Korean authorities have just announced 334 new confirmed cases of coronavirus in the country, bringing the national total to over 1,500.
Almost all of these new cases are in Daegu, a city of 2.5 million people a couple of hours’ drive from both Seoul and Busan (the two biggest population areas). And they were completely predictable, as I have explained in previous posts over the past two days, since authorities are conducting mass testing among members of a large church community that has been the source of most of the country’s infections so far. It was inevitable that among the thousand or so new members who were tested, many would test positive for the virus, since they are known to have had close contact with hundreds of people already confirmed to have it. That, of course, is not especially unusual in a flu outbreak. Nor is it “alarming,” except to people primed by fear, misinformation, and media hype to be alarmed.
I have seen no word on how many of those 334 new cases, for example, are actually experiencing serious flu symptoms, let alone in any life-or-death peril.
Let me state this again, very clearly: It’s no fun to get the flu, or to know that a bad flu virus is making the rounds in your neighborhood, your school, your workplace, your church, or what have you. Contagious illnesses are never fun. But so far, almost everyone suffering from this virus in Korea is experiencing respiratory flu symptoms, not life-threatening illness.
And then there is the media’s exploitation of all this for profit, driven and fueled by general ignorance — including among the “journalists” themselves — about viruses, influenza, and especially the language involved.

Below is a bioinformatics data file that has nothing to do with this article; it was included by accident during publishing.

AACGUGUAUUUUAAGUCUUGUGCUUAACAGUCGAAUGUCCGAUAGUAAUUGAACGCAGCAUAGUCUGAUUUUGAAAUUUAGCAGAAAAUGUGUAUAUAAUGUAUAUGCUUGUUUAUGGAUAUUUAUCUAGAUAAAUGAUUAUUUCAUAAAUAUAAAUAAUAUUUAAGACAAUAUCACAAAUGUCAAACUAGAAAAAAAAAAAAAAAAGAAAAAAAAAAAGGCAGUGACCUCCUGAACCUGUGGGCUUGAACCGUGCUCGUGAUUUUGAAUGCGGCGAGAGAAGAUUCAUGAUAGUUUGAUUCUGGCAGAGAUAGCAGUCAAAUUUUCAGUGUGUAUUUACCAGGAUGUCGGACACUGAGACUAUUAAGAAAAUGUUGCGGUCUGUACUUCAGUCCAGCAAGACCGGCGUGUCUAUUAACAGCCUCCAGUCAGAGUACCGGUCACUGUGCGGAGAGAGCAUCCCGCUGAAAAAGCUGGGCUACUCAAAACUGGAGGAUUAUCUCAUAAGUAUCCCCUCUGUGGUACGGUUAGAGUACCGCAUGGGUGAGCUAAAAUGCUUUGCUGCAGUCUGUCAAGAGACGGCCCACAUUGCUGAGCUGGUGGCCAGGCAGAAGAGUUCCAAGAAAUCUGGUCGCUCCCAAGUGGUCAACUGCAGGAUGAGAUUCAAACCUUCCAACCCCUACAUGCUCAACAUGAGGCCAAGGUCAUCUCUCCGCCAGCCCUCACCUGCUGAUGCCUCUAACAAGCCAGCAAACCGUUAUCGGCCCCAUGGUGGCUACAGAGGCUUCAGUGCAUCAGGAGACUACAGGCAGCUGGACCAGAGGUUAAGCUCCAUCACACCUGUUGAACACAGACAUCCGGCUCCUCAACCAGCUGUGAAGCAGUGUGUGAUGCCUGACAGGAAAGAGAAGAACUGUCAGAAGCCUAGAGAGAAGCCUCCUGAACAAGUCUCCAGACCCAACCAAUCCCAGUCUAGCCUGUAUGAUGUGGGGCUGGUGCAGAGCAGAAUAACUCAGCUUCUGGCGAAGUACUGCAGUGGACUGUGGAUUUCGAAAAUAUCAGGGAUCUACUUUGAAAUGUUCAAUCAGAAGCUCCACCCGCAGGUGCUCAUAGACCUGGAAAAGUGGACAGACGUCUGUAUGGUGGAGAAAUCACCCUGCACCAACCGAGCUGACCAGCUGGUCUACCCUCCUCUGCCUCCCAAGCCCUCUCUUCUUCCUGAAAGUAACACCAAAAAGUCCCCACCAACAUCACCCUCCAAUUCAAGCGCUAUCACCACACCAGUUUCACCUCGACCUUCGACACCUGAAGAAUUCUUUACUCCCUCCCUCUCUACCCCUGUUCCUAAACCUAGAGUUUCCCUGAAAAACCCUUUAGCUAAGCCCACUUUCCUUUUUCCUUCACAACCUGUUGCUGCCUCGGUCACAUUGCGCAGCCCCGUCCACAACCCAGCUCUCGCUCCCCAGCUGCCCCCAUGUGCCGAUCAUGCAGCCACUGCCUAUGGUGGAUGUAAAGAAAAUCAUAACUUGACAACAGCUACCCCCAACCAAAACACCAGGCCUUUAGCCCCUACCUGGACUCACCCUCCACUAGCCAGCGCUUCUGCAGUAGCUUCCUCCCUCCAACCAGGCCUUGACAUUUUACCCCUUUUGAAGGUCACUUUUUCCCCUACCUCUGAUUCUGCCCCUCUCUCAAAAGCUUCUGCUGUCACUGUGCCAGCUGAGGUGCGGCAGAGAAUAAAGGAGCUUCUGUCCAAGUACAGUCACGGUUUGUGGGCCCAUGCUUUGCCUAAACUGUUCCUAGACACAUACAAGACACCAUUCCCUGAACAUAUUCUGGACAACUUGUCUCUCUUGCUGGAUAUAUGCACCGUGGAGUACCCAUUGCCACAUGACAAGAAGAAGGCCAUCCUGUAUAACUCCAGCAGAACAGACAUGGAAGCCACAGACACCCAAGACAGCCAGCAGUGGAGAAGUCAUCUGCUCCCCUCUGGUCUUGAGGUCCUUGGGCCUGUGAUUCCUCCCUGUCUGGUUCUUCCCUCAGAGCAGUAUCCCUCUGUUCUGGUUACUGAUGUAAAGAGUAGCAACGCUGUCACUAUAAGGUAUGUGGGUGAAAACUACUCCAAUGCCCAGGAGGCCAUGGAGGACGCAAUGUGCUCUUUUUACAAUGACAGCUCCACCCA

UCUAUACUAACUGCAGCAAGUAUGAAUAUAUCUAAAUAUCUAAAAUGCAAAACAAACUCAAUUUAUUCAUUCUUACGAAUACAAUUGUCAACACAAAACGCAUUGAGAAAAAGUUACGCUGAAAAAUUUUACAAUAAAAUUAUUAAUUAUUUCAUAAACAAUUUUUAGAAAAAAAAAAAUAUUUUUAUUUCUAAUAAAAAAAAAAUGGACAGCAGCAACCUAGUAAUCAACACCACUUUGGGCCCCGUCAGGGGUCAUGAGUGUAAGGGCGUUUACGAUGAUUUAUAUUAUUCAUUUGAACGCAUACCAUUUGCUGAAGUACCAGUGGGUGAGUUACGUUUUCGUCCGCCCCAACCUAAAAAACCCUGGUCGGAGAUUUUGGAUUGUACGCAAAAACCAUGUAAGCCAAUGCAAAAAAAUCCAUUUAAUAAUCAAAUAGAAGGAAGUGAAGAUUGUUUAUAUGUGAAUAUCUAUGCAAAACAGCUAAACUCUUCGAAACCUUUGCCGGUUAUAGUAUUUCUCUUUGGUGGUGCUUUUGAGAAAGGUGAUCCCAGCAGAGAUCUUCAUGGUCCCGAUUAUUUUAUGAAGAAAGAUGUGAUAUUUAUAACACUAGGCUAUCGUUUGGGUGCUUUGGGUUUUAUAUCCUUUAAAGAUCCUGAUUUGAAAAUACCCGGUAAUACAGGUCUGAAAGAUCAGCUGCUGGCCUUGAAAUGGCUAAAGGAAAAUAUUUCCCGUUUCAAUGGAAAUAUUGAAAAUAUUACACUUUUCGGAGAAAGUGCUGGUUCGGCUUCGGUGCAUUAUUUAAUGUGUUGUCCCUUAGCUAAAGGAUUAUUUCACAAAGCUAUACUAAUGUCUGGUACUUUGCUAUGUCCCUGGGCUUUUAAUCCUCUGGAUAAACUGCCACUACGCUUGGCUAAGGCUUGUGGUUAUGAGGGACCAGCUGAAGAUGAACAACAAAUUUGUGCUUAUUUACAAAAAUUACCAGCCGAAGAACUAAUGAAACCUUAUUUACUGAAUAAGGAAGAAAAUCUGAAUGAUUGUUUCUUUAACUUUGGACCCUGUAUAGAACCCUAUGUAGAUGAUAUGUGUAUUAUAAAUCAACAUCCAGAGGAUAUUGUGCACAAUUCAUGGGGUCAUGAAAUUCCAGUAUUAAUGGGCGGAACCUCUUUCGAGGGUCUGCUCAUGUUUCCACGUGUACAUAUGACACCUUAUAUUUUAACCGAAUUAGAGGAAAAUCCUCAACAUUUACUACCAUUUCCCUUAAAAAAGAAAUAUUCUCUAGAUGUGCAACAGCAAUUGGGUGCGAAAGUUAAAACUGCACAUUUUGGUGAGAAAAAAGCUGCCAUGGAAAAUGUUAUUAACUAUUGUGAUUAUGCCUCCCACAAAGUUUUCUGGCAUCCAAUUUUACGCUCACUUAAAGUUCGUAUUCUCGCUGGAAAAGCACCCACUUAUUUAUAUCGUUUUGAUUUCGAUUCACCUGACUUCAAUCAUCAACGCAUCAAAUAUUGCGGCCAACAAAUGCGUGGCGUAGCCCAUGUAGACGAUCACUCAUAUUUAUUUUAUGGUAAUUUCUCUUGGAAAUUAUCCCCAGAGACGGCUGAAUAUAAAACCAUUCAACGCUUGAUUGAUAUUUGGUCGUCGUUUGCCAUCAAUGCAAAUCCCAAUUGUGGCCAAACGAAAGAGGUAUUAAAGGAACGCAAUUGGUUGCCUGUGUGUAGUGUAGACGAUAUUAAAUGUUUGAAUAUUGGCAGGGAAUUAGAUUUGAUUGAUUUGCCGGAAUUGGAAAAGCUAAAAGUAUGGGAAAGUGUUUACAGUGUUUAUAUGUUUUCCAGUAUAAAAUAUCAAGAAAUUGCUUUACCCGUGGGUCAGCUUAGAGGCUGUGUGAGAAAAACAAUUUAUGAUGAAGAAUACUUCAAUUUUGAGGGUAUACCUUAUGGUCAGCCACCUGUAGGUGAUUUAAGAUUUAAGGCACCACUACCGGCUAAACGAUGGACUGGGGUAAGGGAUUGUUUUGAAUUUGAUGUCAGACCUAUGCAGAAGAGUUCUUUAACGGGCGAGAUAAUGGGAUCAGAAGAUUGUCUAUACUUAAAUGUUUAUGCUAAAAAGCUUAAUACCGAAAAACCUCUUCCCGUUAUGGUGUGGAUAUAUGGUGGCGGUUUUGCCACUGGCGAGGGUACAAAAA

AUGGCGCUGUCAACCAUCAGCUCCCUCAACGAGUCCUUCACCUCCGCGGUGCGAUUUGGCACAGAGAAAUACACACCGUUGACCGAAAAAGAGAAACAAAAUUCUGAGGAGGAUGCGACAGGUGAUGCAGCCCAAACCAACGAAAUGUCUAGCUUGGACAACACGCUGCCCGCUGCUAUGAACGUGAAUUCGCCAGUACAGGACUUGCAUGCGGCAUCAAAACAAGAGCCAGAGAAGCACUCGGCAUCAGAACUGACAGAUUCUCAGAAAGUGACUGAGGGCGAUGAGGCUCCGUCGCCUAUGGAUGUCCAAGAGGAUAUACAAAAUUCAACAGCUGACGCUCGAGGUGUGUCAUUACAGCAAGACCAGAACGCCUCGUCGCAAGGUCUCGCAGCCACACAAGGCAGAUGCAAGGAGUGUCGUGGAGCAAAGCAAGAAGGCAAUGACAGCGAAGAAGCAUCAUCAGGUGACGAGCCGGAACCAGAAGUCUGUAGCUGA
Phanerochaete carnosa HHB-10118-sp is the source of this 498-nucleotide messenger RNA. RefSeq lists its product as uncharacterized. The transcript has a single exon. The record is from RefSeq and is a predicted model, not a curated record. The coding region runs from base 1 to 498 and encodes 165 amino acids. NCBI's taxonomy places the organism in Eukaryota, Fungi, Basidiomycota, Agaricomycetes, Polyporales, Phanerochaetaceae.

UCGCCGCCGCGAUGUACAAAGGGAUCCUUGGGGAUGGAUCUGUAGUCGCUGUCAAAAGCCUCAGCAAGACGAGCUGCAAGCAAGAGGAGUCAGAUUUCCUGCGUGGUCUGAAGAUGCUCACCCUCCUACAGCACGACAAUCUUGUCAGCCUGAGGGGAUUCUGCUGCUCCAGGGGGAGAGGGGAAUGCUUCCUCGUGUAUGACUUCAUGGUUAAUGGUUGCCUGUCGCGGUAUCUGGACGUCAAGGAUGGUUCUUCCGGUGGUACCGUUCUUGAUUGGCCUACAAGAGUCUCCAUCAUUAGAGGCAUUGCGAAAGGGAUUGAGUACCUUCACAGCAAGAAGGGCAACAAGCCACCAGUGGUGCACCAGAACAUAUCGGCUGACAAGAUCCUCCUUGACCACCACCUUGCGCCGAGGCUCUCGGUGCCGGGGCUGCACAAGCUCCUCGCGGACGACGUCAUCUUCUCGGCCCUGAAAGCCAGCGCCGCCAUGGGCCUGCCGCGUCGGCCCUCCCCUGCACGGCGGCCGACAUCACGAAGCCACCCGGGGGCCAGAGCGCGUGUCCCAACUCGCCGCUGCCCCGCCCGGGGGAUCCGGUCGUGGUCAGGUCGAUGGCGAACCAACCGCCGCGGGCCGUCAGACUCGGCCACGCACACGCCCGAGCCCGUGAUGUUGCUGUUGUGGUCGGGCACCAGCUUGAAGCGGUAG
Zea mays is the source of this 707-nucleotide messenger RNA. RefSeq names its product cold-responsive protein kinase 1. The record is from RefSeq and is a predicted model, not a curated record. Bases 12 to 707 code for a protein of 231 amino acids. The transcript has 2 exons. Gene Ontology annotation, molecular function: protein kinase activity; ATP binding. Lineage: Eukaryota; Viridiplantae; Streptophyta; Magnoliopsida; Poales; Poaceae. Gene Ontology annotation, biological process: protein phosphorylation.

On that last point, let me perform a small public service here.
An “epidemic” is merely an infection of any kind that has spread widely through a population. There are flu epidemics every year throughout every community in the advanced world. It is part of social life. (It is also a more intense part of social life in the age of the UN’s Agenda 21, in which everyone is being urged and herded into increasingly dense urban areas.)
A “pandemic” is basically an epidemic (see above) that has been carried over borders and oceans into a very wide range of nations. “Pan” is the Greek-rooted prefix meaning “all,” and “-demic” is derived from the Greek demos, “people.”
An epidemic is just any general outbreak of a contagious thing. A pandemic is just an epidemic, but wider in range.
There is no reason for panic. There is no reason to cancel the global economy. There is no evidence that this virus is about to transmogrify into the plague. It’s a bad flu bug, and it’s making the rounds now, during flu season. This is annoying, and since it is new, no one’s body has developed any resistance to it through previous fights. That’s the special challenge of the coronavirus. Our bodies haven’t had to beat it before.
But it’s a flu bug. Most of us will not get it — particularly if we are more careful about social interactions than we typically are during “normal” flu epidemics — and those of us who do will likely experience minor to middling symptoms, if any. A few, of course, will get acutely ill, and a very small percentage of people, most of them in vulnerable groups for any kind of respiratory virus, will die from it, which is sad, but again not unusual during a flu epidemic. (See my “Living in the Midst of a Flu Epidemic” for the medical reality of all this.)
Cheer up. Spend more time alone for a while — it’s good for you anyway, as most of us use social life to hide from ourselves most of the time, to our spiritual detriment. Read a book. Listen to music. Enjoy a movie at home. Reduce your large social engagements and indoor public activities as much as reasonably possible over the next little while.
But please don’t lose your head, and please don’t let your local independent business owners lose their livelihoods out of irrational panic over a bad flu bug.